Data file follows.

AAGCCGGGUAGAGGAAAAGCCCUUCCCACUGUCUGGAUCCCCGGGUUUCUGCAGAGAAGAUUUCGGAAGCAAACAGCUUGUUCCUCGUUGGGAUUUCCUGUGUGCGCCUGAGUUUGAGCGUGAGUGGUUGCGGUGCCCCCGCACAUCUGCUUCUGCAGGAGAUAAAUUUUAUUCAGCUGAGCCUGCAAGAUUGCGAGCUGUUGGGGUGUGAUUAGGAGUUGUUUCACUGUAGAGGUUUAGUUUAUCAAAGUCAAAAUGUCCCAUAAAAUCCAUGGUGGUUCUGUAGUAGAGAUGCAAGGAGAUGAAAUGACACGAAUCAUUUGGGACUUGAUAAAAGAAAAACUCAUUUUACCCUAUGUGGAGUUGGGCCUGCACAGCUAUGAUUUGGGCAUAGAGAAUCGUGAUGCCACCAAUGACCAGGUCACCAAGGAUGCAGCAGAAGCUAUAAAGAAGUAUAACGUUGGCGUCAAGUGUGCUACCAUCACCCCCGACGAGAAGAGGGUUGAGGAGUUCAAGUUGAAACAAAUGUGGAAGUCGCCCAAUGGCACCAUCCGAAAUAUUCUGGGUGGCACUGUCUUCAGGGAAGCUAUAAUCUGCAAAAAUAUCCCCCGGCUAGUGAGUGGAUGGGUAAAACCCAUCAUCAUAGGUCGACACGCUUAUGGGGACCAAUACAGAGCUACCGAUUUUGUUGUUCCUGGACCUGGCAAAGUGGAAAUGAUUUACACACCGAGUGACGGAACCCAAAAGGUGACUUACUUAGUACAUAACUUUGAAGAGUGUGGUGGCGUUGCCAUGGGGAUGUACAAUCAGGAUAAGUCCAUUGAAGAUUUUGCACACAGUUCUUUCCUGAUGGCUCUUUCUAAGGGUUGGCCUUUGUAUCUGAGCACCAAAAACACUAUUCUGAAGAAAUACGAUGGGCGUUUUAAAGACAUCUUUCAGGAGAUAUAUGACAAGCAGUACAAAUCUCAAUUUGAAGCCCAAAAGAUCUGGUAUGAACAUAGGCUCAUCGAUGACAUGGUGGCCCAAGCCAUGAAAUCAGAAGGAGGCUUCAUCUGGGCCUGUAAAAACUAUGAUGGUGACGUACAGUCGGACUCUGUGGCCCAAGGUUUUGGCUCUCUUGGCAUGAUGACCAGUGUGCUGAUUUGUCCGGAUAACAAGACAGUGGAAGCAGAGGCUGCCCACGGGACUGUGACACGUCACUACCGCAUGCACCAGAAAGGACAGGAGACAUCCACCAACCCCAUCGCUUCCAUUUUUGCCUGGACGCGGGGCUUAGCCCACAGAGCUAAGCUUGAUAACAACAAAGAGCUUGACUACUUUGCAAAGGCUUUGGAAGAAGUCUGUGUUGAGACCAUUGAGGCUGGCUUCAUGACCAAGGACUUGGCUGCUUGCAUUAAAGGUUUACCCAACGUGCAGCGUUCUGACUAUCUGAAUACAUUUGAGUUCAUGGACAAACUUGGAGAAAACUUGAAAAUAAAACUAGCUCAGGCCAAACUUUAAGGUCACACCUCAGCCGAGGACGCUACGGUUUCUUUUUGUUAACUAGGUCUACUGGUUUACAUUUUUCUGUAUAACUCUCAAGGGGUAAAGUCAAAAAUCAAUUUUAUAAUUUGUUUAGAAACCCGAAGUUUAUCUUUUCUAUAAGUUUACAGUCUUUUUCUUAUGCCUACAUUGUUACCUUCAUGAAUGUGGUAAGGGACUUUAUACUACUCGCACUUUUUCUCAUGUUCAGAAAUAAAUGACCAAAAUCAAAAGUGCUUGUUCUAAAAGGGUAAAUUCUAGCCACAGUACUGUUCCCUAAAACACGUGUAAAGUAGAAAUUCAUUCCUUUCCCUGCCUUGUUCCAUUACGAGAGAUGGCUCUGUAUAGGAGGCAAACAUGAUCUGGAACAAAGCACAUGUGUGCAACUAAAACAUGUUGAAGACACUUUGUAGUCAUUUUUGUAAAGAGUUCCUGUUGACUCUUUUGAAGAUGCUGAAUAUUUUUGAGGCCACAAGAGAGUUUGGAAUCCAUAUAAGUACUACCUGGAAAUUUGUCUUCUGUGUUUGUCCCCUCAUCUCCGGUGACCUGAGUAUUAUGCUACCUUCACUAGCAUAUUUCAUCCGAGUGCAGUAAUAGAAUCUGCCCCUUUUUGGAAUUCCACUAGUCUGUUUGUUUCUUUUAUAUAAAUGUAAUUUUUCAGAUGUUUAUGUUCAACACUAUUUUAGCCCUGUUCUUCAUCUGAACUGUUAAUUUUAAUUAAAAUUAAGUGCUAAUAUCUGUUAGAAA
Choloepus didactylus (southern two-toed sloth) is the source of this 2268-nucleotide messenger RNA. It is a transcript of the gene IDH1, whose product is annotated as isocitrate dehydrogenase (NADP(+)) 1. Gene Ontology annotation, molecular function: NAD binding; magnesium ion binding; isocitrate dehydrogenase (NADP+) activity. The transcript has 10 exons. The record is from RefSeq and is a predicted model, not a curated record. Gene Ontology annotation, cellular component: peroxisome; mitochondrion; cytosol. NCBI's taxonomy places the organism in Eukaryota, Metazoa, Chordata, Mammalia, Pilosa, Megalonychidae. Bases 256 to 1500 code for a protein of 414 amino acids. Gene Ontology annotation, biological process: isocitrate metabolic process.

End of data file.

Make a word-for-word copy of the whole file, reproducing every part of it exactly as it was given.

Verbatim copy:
AAGCCGGGUAGAGGAAAAGCCCUUCCCACUGUCUGGAUCCCCGGGUUUCUGCAGAGAAGAUUUCGGAAGCAAACAGCUUGUUCCUCGUUGGGAUUUCCUGUGUGCGCCUGAGUUUGAGCGUGAGUGGUUGCGGUGCCCCCGCACAUCUGCUUCUGCAGGAGAUAAAUUUUAUUCAGCUGAGCCUGCAAGAUUGCGAGCUGUUGGGGUGUGAUUAGGAGUUGUUUCACUGUAGAGGUUUAGUUUAUCAAAGUCAAAAUGUCCCAUAAAAUCCAUGGUGGUUCUGUAGUAGAGAUGCAAGGAGAUGAAAUGACACGAAUCAUUUGGGACUUGAUAAAAGAAAAACUCAUUUUACCCUAUGUGGAGUUGGGCCUGCACAGCUAUGAUUUGGGCAUAGAGAAUCGUGAUGCCACCAAUGACCAGGUCACCAAGGAUGCAGCAGAAGCUAUAAAGAAGUAUAACGUUGGCGUCAAGUGUGCUACCAUCACCCCCGACGAGAAGAGGGUUGAGGAGUUCAAGUUGAAACAAAUGUGGAAGUCGCCCAAUGGCACCAUCCGAAAUAUUCUGGGUGGCACUGUCUUCAGGGAAGCUAUAAUCUGCAAAAAUAUCCCCCGGCUAGUGAGUGGAUGGGUAAAACCCAUCAUCAUAGGUCGACACGCUUAUGGGGACCAAUACAGAGCUACCGAUUUUGUUGUUCCUGGACCUGGCAAAGUGGAAAUGAUUUACACACCGAGUGACGGAACCCAAAAGGUGACUUACUUAGUACAUAACUUUGAAGAGUGUGGUGGCGUUGCCAUGGGGAUGUACAAUCAGGAUAAGUCCAUUGAAGAUUUUGCACACAGUUCUUUCCUGAUGGCUCUUUCUAAGGGUUGGCCUUUGUAUCUGAGCACCAAAAACACUAUUCUGAAGAAAUACGAUGGGCGUUUUAAAGACAUCUUUCAGGAGAUAUAUGACAAGCAGUACAAAUCUCAAUUUGAAGCCCAAAAGAUCUGGUAUGAACAUAGGCUCAUCGAUGACAUGGUGGCCCAAGCCAUGAAAUCAGAAGGAGGCUUCAUCUGGGCCUGUAAAAACUAUGAUGGUGACGUACAGUCGGACUCUGUGGCCCAAGGUUUUGGCUCUCUUGGCAUGAUGACCAGUGUGCUGAUUUGUCCGGAUAACAAGACAGUGGAAGCAGAGGCUGCCCACGGGACUGUGACACGUCACUACCGCAUGCACCAGAAAGGACAGGAGACAUCCACCAACCCCAUCGCUUCCAUUUUUGCCUGGACGCGGGGCUUAGCCCACAGAGCUAAGCUUGAUAACAACAAAGAGCUUGACUACUUUGCAAAGGCUUUGGAAGAAGUCUGUGUUGAGACCAUUGAGGCUGGCUUCAUGACCAAGGACUUGGCUGCUUGCAUUAAAGGUUUACCCAACGUGCAGCGUUCUGACUAUCUGAAUACAUUUGAGUUCAUGGACAAACUUGGAGAAAACUUGAAAAUAAAACUAGCUCAGGCCAAACUUUAAGGUCACACCUCAGCCGAGGACGCUACGGUUUCUUUUUGUUAACUAGGUCUACUGGUUUACAUUUUUCUGUAUAACUCUCAAGGGGUAAAGUCAAAAAUCAAUUUUAUAAUUUGUUUAGAAACCCGAAGUUUAUCUUUUCUAUAAGUUUACAGUCUUUUUCUUAUGCCUACAUUGUUACCUUCAUGAAUGUGGUAAGGGACUUUAUACUACUCGCACUUUUUCUCAUGUUCAGAAAUAAAUGACCAAAAUCAAAAGUGCUUGUUCUAAAAGGGUAAAUUCUAGCCACAGUACUGUUCCCUAAAACACGUGUAAAGUAGAAAUUCAUUCCUUUCCCUGCCUUGUUCCAUUACGAGAGAUGGCUCUGUAUAGGAGGCAAACAUGAUCUGGAACAAAGCACAUGUGUGCAACUAAAACAUGUUGAAGACACUUUGUAGUCAUUUUUGUAAAGAGUUCCUGUUGACUCUUUUGAAGAUGCUGAAUAUUUUUGAGGCCACAAGAGAGUUUGGAAUCCAUAUAAGUACUACCUGGAAAUUUGUCUUCUGUGUUUGUCCCCUCAUCUCCGGUGACCUGAGUAUUAUGCUACCUUCACUAGCAUAUUUCAUCCGAGUGCAGUAAUAGAAUCUGCCCCUUUUUGGAAUUCCACUAGUCUGUUUGUUUCUUUUAUAUAAAUGUAAUUUUUCAGAUGUUUAUGUUCAACACUAUUUUAGCCCUGUUCUUCAUCUGAACUGUUAAUUUUAAUUAAAAUUAAGUGCUAAUAUCUGUUAGAAA
Choloepus didactylus (southern two-toed sloth) is the source of this 2268-nucleotide messenger RNA. It is a transcript of the gene IDH1, whose product is annotated as isocitrate dehydrogenase (NADP(+)) 1. Gene Ontology annotation, molecular function: NAD binding; magnesium ion binding; isocitrate dehydrogenase (NADP+) activity. The transcript has 10 exons. The record is from RefSeq and is a predicted model, not a curated record. Gene Ontology annotation, cellular component: peroxisome; mitochondrion; cytosol. NCBI's taxonomy places the organism in Eukaryota, Metazoa, Chordata, Mammalia, Pilosa, Megalonychidae. Bases 256 to 1500 code for a protein of 414 amino acids. Gene Ontology annotation, biological process: isocitrate metabolic process.